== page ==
Sharp-eyed browsers at The London Library will spot a couple of small but not insignificant changes to the Library’s shelfmarks – the system that details how books are categorised on its shelves.
For over one hundred years The London Library has grouped its books by subject and there are now over 2000 separate shelfmarks in its classification systems. Within Religion, there has long been a shelfmark for Holy Water, even though only a tiny handful of books have ever occupied it. Recently it was decided that the Holy Water collection – four books in total – was too fragile to occupy our general lending shelves and the books have been moved into our Special Collections to give extra protection. The books can still be accessed under consultation but can no longer be borrowed. In the process, the Holy Water shelfmark on our lending shelves will be gently retired.
At the same time, the Library has taken a broader view of Sex. Originally, this category – part of the Library’s Science & Miscellaneous collection - involved a narrowly biological definition; but as the decades have rolled on, the collection has become more diverse and its 500 books now incorporate a much wider range of topics including gender identity and sexual orientation. Accordingly, the Library has recently made a subtle but significant change to the shelfmark – “Sex” will now be “Sex &c.”
Dunia Garcia-Ontiveros, Head of Bibliographic Services, commented: “We adapt our shelfmark systems on an ongoing basis, making adjustments where needed to reflect the ways in which subjects themselves - and the ways in which they are studied - are changing. While Holy Water can now be better looked after in our special collection, we fully expect Sex &c. to be part of lending life at The London Library for the foreseeable future.”
As part of the Words In The Square 175th anniversary celebrations we were joined by Ned Beauman, Philippa Gregory, Deborah Levy, John O' Farrell, Nikesh Shukla and Sara Wheeler in a hugely entertaining "Desert Island Books" session chaired by Tom Sutcliffe.
During a fascinating hour the panel was asked to nominate books in different categories that they would take with them as castaways on a desert island.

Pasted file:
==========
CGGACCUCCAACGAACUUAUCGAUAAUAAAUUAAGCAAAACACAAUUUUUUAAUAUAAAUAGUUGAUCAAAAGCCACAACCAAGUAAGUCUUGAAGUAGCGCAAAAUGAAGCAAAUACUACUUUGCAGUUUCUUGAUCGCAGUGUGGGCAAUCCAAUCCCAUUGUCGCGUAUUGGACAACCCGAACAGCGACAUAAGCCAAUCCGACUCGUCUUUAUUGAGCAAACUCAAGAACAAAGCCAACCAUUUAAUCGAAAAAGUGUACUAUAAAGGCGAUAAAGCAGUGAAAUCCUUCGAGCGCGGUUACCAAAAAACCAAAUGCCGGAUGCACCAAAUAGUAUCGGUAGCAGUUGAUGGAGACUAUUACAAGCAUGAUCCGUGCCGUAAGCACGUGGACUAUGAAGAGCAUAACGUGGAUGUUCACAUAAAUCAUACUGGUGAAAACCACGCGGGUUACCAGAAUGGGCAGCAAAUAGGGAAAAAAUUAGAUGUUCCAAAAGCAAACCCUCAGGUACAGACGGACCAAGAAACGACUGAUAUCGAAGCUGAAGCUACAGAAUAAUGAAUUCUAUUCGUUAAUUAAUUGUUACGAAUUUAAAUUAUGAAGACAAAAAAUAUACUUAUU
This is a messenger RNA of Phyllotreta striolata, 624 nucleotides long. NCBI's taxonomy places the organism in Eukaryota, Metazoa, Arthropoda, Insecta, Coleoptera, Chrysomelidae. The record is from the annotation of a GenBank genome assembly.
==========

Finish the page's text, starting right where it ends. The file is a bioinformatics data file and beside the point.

The categories were:
My Favourite Childhood Read
The Book that Most Influenced Me
My Guilty Reading Pleasure
A Former Favourite I Won't Be Bringing to the Desert Island
An audience vote then picked the following category winners:
- Favourite Childhood Read: “The Secret Garden” by Frances Hodgson-Burnett (nominated by Deborah Levy)
- The Book That Most Influenced Me: “A Room of One’s Own” – Virginia Woolf (nominated by Philippa Gregory)
- Guilty Pleasure: “These Old Shades” by Georgette Heyer (nominated by Philippa Gregory)
- Former Favourite: “Gone with the Wind” by Margaret Mitchell (nominated by Philippa Gregory); joint winner with “1984” by George Orwell (nominated by John O'Farrell)
Recommended Recent Reads
Each member of the panel also selected their recent book recommendations:
- “Family Life” by Akhil Sharma (chosen by Nikesh Shukla)
- “Preparation for the Next Life” by Atticus Lish (chosen by Ned Beauman)
- “Simple Gifts” by Joanne Greenberg (chosen by Philippa Gregory)
- “Beautiful Ruins” by Jess Walter (chosen by John O’Farrell)
- “The Lure of The North” by The London Library/Pushkin Press (chosen by Sara Wheeler)
- “Outline" by Rachel Cusk (chosen by Deborah Levy)
The London Library - one of the world’s great literary institutions – is officially 175 years old today!
Founded by Thomas Carlyle – with support from Charles Dickens, Harriet Martineau, John Stuart Mill and William Gladstone – the Library first opened its doors in 1841. It has been at the heart of UK literary life ever since and hundreds of famous writers have worked here and roamed its famous bookstacks.
Tom Stoppard, the Library’s President since 2002, commented: “For 175 years The London Library has held a special place in the affections of those who love books and the written word. It has stayed true to its purpose and become more than a great library – this is one of the places where literature keeps its soul”.
On 23rd February 1944 The London Library came within a few feet of being totally destroyed.
The Library had had several near misses during air raids earlier in the war, but that February night its luck ran out. High explosive 500lb bombs dropped from a German plane recorded a line of destruction across St James’s – the first hit the Library, the last exploded in the road outside St. James’s Palace, blowing out ancient glass and destroying the windows of the Chapel Royal.
The Library’s Central stacks took a direct hit, severely damaging five floors of the recently built 1930s stacks plus parts of the Art Room, Prevost Room (now the Sackler Study), Issue Hall and the north bay of the main Reading Room (now the Writers’ Room). Photos of shattered windows and twisted girders provide stark evidence of the bomb’s impact.
"I CAN'T IMAGINE WORK, OR INDEED LIFE, WITHOUT IT"